If you’ve ever had your credit card number stolen, you may have noticed the first transaction the thief made was a small one. It’s a common tactic for testing the validity of the card, because if a little transaction gets through, the thief can probably make several bigger ones before someone notices and shuts down the account.
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Apparently, thieves have made political campaigns their new testing grounds. It’s the latest trend in credit card fraud, according to fraud-detection company Kount. In a news release about the trend, Kount noted how the influx of political donations this time of year can make it trickier for organizations to detect fraud problems, which can cause problems for the campaigns once a bank or consumer flags the unauthorized transactions.
For consumers, it’s a reminder of how important it is to regularly review credit card statements so small transactions, like fraudsters’ tests, don’t go unnoticed. Not only is it a pain to have to get charges reversed and the credit card replaced, the damage can go so far as to hurt your credit score. Say a thief runs up a high credit card balance before you or your bank catches the problem, and that balance gets reported to the major credit bureaus. The closer your credit card balances get to your credit card limits, the more your scores can drop. That’s why a sudden drop in credit score, too, can be a sign of unauthorized activity on your credit accounts. (You can see two of your credit scores for free every 30 days on Credit.com.)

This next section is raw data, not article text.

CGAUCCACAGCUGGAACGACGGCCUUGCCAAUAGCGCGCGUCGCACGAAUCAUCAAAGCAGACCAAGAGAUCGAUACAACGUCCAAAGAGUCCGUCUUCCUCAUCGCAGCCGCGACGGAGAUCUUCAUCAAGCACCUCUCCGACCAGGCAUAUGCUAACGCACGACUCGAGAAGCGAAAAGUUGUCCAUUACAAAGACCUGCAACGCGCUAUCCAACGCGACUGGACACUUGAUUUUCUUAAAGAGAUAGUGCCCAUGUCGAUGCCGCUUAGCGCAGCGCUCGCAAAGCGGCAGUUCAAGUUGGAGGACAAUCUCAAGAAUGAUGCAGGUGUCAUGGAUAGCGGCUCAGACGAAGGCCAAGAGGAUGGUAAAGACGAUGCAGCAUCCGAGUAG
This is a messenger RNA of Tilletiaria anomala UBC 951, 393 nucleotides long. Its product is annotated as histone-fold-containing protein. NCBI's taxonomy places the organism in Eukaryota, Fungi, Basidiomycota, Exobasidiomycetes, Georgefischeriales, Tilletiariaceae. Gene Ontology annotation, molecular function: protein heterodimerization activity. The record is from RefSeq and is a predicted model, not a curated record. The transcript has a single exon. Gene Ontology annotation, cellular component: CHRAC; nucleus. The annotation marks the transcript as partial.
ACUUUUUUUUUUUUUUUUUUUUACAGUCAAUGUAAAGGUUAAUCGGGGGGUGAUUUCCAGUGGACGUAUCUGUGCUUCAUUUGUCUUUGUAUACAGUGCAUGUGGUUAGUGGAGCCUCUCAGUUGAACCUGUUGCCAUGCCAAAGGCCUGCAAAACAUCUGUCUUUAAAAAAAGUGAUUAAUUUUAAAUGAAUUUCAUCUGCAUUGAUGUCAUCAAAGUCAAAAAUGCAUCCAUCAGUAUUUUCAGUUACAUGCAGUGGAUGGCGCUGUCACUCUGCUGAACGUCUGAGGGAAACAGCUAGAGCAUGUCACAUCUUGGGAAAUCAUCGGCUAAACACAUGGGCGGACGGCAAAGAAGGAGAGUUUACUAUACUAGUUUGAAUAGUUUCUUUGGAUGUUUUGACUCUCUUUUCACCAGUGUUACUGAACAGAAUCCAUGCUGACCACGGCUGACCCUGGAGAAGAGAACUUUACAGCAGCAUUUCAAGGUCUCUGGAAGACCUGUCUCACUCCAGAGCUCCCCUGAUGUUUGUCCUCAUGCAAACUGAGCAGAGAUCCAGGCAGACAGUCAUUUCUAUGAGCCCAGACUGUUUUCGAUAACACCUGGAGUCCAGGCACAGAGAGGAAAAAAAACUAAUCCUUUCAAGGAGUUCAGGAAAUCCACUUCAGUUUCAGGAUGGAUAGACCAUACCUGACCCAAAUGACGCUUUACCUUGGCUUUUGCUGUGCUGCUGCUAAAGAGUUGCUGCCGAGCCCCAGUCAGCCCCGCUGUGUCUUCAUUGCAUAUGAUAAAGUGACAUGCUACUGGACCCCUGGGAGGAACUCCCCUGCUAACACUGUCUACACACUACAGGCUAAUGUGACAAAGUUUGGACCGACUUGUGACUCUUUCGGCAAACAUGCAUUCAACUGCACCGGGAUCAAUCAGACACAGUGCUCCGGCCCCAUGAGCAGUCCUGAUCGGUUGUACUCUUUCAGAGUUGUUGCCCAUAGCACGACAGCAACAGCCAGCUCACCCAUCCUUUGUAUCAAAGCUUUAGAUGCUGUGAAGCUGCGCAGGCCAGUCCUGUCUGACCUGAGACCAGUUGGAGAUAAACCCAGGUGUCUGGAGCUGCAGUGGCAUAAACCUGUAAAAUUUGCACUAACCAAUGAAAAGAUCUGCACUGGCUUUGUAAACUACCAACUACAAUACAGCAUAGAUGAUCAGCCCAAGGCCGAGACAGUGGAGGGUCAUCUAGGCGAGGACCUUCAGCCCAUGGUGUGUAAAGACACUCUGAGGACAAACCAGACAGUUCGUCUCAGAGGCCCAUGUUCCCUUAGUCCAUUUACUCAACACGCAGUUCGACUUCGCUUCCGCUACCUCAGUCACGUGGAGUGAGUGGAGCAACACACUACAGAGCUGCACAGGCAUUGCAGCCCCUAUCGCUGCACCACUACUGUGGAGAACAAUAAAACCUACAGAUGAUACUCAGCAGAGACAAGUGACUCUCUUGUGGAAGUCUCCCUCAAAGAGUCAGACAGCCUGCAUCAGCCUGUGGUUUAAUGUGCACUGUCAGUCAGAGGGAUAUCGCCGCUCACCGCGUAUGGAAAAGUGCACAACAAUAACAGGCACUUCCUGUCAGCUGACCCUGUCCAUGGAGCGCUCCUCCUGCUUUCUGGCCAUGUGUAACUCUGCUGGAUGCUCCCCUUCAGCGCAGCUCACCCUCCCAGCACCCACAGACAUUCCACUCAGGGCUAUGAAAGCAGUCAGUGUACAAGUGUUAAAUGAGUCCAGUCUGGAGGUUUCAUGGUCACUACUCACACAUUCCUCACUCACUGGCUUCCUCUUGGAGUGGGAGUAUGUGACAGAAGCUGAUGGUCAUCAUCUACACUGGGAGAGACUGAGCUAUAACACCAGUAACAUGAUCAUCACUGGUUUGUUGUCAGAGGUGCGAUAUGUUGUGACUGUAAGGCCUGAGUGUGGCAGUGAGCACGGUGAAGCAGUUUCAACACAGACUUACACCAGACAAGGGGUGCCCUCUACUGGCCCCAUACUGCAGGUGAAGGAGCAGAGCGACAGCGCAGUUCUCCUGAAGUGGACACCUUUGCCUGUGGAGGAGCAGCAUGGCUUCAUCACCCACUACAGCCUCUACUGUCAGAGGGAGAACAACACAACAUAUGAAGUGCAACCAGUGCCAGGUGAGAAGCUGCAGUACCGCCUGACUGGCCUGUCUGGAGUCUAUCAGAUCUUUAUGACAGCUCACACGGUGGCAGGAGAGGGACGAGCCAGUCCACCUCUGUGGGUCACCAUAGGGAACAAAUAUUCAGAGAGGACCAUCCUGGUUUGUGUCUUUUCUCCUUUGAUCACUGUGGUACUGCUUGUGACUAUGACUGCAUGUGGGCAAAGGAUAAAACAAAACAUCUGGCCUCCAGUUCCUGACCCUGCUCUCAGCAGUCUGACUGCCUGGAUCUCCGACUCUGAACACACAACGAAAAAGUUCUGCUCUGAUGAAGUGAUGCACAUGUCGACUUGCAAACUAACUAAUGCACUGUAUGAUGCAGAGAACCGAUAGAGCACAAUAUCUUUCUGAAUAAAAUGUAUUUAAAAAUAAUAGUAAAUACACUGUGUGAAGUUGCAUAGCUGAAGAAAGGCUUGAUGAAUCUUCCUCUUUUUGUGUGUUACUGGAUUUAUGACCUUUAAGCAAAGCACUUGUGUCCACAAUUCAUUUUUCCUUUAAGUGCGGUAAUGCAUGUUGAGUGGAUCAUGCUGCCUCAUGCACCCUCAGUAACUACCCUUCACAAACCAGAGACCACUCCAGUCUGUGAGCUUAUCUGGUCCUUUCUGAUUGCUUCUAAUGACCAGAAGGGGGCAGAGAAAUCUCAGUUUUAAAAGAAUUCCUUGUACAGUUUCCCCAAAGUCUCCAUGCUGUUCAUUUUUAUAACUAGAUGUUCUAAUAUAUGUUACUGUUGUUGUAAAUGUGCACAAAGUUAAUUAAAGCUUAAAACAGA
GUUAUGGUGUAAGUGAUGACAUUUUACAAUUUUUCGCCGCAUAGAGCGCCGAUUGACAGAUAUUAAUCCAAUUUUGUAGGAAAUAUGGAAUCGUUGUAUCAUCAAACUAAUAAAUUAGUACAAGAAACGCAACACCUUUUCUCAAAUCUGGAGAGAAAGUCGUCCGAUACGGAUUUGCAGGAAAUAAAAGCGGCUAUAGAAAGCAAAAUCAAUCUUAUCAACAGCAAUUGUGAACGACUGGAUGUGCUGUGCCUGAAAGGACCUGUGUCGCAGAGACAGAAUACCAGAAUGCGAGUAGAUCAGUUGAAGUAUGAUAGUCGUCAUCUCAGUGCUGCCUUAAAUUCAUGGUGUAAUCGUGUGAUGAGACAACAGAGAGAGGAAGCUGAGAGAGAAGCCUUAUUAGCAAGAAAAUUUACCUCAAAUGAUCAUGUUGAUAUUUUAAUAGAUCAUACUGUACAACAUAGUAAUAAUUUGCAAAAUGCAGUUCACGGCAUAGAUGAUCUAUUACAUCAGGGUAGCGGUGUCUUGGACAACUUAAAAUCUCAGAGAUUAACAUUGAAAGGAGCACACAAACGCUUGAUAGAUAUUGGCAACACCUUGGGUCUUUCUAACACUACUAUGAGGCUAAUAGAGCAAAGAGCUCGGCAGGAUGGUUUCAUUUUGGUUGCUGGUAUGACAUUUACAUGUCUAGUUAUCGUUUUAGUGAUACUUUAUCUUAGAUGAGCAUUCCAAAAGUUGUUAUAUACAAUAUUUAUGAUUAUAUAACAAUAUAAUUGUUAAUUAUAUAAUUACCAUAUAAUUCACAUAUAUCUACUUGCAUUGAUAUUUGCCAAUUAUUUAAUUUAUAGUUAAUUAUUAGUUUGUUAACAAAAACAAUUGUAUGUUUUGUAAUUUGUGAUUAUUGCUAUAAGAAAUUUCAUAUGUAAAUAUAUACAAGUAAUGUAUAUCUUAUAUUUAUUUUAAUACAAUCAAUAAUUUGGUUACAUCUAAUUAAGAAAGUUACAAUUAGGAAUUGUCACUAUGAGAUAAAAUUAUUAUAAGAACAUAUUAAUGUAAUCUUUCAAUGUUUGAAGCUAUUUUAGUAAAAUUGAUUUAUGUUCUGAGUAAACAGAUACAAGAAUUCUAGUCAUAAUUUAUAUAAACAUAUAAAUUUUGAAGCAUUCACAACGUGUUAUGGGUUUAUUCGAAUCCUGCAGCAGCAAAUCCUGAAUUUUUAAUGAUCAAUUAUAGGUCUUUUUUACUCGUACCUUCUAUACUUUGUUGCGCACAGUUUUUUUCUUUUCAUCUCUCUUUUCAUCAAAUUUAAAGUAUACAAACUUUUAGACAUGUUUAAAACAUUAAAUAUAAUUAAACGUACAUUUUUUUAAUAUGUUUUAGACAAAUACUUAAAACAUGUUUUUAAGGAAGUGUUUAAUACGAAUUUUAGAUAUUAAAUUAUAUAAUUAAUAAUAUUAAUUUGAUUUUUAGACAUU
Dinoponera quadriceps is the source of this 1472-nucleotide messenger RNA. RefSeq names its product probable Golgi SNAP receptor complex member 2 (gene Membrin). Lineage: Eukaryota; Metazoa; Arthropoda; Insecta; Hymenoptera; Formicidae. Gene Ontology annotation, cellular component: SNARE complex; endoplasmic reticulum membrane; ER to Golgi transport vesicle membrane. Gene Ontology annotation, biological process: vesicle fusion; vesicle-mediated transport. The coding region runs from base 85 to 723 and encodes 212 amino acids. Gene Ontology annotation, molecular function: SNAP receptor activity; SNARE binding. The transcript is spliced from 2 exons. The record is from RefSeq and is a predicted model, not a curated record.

You should also be careful about where you enter your credit card information to minimize the odds of it getting compromised. Check to see if the site is secure (for example, look for a URL with https or a little lock sign next to it in your browser), and closely follow your transactions by checking your account information. As soon as you see something suspicious, contact your credit card issuer to minimize the hassle of reversing the effects of credit card fraud.
This article originally appeared on Credit.com.
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Christine DiGangi is a reporter and editor for Credit.com, covering a variety of personal finance topics. Her writing has been featured on USA Today, MSN, Yahoo! Finance and The New York Times International Weekly, among other outlets. More by Christine DiGangi